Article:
35, 79; Devises ou emblemes heroiques et
morales, 1561, pp. 15, 16; Imprese,
1574, p. 17 ; Imprese heroiche et morale,
1562, p. 78; Sententiose imprese, 1562,

3. Sadeler, Zodiacus christianus, 1618,

p. 353.
Sambucus, quoted :-Actæon, 277; Astro-

nomer, 335; Ban-dog, 482 ; Child and
motley fool, 484 ; Elephant, 196; Fore-
head, 129; Hen eating her own eggs,
411; Laurel, 422; Mercury and lute,
256 ; Pine-trees in a storm, 475 ; Ship
on the waves, 435; Time flying, 466 ;

Timon, 427 ; World, map of, 351.
Schiller, Werke, 199.
Schlegel, on Pericles, 157.
Shakespeare quoted, by way of allusion, or

of reference to :-Æsop's Fables, 303 ;
Actæon, 276, 279 ; Adam hiding, 416 ;
Adamant, 348; Æneas and Anchises,
191 ; Ape and miser's gold, 488; Apollo
and the Christian muse, 379; Argonauts
and Jason, 230 ; Arion, 283 ; Astrono-
mer and magnet, 356; Atlas, 245,
Bacchus, 249 ; Ban-dog, 484 ; Bear and
ragged staff, 237–240 ; Bear and cub,
349, 350 ; Bees, 361–365; Bellero-
phon and chimæra, 300; Brutus, 201—
205; Butterfly and candle, 153 ; Cad-
mus, 245; Cannon bursting, 345 ;
Casket scenes, 149–154, 186 ; Cassius
and Cæsar, 193; Chaos, 451 — 453 ;
Child and motley fool, 485; Chivalry,
wreath of, 168 ; Circe, 252 ; Cliffords,
192 ; Clip the anvil of my sword, 327;

p. 78.

2. Sa virtu m'attire, 123 ; Scelesti hominis

Commonwealth of Bees, 362 — 365;
Conscience, power of, 421 ; Coriolanus,
201 ; and his civic crowns, 226; Coro-
nation scene, 9; Countryman and ser.
pent, 197 ; Cupid blinded, 331 ; Cupid
in mid-air, 404; Daphne, 297; Death,
469; Dog baying the moon, 269; Dogs
not praised, 145, 483 ; D. 0. M., 464,
465; Drake's ship, 415; Drinking bout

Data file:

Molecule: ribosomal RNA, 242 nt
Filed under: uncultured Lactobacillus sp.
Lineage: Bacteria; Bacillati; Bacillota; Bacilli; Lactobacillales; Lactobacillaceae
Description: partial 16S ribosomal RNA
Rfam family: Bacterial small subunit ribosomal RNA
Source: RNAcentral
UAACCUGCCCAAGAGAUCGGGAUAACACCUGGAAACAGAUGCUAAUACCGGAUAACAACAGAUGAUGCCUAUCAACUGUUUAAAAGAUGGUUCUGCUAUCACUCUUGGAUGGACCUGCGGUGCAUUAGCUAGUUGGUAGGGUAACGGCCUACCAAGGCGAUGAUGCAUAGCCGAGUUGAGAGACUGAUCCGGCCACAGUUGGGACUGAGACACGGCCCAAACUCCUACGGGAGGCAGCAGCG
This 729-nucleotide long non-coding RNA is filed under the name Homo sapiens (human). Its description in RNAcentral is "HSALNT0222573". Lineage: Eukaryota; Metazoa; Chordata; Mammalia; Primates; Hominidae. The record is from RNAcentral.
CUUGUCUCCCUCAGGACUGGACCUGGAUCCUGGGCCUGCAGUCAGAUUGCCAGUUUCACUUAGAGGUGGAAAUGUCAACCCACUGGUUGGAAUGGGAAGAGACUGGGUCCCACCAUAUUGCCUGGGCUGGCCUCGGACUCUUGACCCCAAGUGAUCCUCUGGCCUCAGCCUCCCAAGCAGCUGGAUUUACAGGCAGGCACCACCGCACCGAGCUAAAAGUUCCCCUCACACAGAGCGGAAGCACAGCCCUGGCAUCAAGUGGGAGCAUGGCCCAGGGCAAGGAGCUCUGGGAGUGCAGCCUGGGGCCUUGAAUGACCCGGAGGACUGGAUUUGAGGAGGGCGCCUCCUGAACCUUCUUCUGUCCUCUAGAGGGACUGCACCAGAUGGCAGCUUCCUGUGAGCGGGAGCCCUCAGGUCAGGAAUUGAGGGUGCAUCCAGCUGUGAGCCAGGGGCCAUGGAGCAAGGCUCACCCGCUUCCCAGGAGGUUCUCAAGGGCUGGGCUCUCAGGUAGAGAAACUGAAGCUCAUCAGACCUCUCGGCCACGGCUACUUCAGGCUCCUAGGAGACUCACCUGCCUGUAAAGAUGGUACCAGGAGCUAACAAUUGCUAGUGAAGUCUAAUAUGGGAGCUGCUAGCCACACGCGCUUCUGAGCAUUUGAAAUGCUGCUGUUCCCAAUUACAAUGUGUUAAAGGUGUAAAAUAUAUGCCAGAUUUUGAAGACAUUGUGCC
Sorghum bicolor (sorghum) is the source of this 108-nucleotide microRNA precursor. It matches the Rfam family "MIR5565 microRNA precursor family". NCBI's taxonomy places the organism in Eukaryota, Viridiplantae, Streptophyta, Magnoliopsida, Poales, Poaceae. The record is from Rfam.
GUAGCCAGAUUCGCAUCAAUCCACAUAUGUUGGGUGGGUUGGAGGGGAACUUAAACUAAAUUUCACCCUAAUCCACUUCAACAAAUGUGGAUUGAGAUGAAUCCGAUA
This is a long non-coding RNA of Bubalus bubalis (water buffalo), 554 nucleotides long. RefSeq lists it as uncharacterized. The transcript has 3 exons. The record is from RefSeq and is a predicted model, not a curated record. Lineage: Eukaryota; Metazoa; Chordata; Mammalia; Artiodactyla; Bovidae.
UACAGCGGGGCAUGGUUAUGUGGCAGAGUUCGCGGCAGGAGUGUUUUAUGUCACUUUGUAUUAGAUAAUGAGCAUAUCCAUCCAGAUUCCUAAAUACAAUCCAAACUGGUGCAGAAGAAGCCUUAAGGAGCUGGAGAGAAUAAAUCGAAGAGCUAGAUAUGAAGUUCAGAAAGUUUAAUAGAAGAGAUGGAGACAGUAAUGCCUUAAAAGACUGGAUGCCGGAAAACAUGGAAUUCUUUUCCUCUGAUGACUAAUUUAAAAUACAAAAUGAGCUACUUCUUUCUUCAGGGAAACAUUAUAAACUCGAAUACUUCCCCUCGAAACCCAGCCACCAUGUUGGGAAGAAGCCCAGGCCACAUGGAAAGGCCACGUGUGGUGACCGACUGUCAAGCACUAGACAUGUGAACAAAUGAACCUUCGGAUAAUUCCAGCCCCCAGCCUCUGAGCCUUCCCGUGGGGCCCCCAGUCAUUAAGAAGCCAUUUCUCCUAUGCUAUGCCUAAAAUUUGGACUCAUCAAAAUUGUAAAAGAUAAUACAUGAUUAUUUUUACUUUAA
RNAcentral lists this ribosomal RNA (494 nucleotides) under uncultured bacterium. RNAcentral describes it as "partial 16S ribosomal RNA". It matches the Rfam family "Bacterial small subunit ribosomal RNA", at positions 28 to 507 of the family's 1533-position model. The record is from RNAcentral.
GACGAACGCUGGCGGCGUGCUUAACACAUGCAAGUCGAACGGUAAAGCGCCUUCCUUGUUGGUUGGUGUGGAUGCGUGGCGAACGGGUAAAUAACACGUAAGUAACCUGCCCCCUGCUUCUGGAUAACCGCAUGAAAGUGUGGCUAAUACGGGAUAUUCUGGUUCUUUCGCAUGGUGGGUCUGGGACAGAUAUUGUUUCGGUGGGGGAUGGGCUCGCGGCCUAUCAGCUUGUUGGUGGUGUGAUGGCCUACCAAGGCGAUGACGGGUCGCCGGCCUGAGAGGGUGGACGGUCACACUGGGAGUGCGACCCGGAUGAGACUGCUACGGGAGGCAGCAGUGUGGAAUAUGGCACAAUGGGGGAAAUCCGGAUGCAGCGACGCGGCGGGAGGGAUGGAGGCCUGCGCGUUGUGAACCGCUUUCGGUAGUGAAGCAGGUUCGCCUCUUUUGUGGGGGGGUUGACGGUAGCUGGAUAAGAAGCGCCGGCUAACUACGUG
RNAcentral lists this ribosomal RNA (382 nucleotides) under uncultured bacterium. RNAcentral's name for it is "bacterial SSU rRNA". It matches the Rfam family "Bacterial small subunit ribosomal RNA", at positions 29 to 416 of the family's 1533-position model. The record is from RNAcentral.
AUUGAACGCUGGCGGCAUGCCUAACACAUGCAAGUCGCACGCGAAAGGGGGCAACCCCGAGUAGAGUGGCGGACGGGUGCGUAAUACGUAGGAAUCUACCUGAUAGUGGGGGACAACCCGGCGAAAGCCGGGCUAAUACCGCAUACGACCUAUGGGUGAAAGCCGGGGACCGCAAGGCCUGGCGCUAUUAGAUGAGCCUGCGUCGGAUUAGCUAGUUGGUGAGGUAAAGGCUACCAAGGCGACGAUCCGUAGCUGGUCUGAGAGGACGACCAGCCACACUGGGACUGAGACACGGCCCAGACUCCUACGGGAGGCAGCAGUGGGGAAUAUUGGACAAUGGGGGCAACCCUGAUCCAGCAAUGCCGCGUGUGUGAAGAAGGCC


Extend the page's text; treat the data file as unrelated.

of Antony and his friends, 246 ; Drops
pierce the stone, 324 ; Dust, to write in,
461 ; Eagle renewing its youth, 369 ;
Elizabeth, queen, 404; Elm and vine,
309; Emblem defined, 9; Emblems
without device, 149--151; End crowns
all, 320, 323; Engineer hoist, 345 ;
Envy, 433; Estridge, 371 ; Eternity,
491, 492; Falconry, 367, 368; Fame
armed with

a pen, 445, 446; Fin
couronne les œuvres, 320-323; Fortune,
262 ; Fox and grapes, 311; Frosty
Caucasus, 346 ; Gem in a ring, 419;
Golden, 400, 404 ; Gold on the touch-
stone, 175, 180; Golden Fleece, 227 ;
Good out of evil, 447 ; Greatest out of
least, 337–339; Hands of Providence,
489, 490 ; Happe some goulden honie
bringes, 365 ; Hares and dead lion,
304; Hen eating her own eggs, 412 ;
Heraldry, 222, 223; Homo homini lupus,
280, 283; Homo homini Deus, 283,
284 ; Hydra, 375; Icarus, 291 ; Inver-
ted torch, 170; Jackdaw in fine feathers,
313; Janus, two-headed, 140 ; Jupiter
and Io, 246 ; Jove laughs at lovers'
perjuries, 328 ; King-fisher, 392 ; Labour
in vain, 331, 332 ; Lamp burning, 456;
Laurel, 422—425; Lottery, 209–211;
Love's transforming power, 349 ; Man
with a fardel or burden, 481 ; Man's
greatness, 284 ; Map of the world, 351,
352 ; Medeia, 192; Mercury, 257, 258;
Michael, order of St., 227; Milo, 297 ;
Narcissus, 296; Niobe, 293, 294; Oak
and reed, 315, 316 ; Occasion, or oppor-
tunity, 260, 264, 265; Old Time, 473;
Orpheus, 273, 274; Ostrich, 234, 371 ;
Pegasus, 299, 300; Pelican, 394—397 ;
Pen, its eternal glory, 447 ; Pericles,
the triumph scene, 158, 160 -- 186;

Phaeton, 286, 287; Phænix, 236, 381–
390; Pine-trees, 477; Poet's badge,
218, 219; Poet's glory, 379, 380 ;
Porcupine, 232 ; Powers granted for
noble purposes, 412; Progne, 194 ;
Prometheus bound, 268; Romano, Julio,
110; Ruins and writings, 443–445 ;
Rose and thorn, 333, 334; Serpent in
the breast, 198; Seven ages of man,
407-410; Shadows fled and pursued,
468 ; Ship in storm and calm, 435—440 ;
Sirens, 254 ; Skull, human, 337–339 ;
Snake in the grass, 341 ; Snake on the
finger, 343 ; Stag wounded, 397—400;
Student entangled in love, 441; Sun
and wind, 160; The setting sun, 323 ;
The swan, 219; Sword on an anvil, 327;
Sword with a motto, 138; Testing of
gold, 175, 180, 181; Theatre of life,
405, 406; Things at our feet, 411, 412;
Thread of lise, 454 ; Time leading the
seasons, 491 ; Timon, 427-431 ; Tur-
key and cock, 357, 358; Unicorn, 371,
372 ; Vine and olive, 249; Whitney's
dedication lines, 464 ; Wreath of chiv-
alry, 168; Wreaths, 222; Wreath of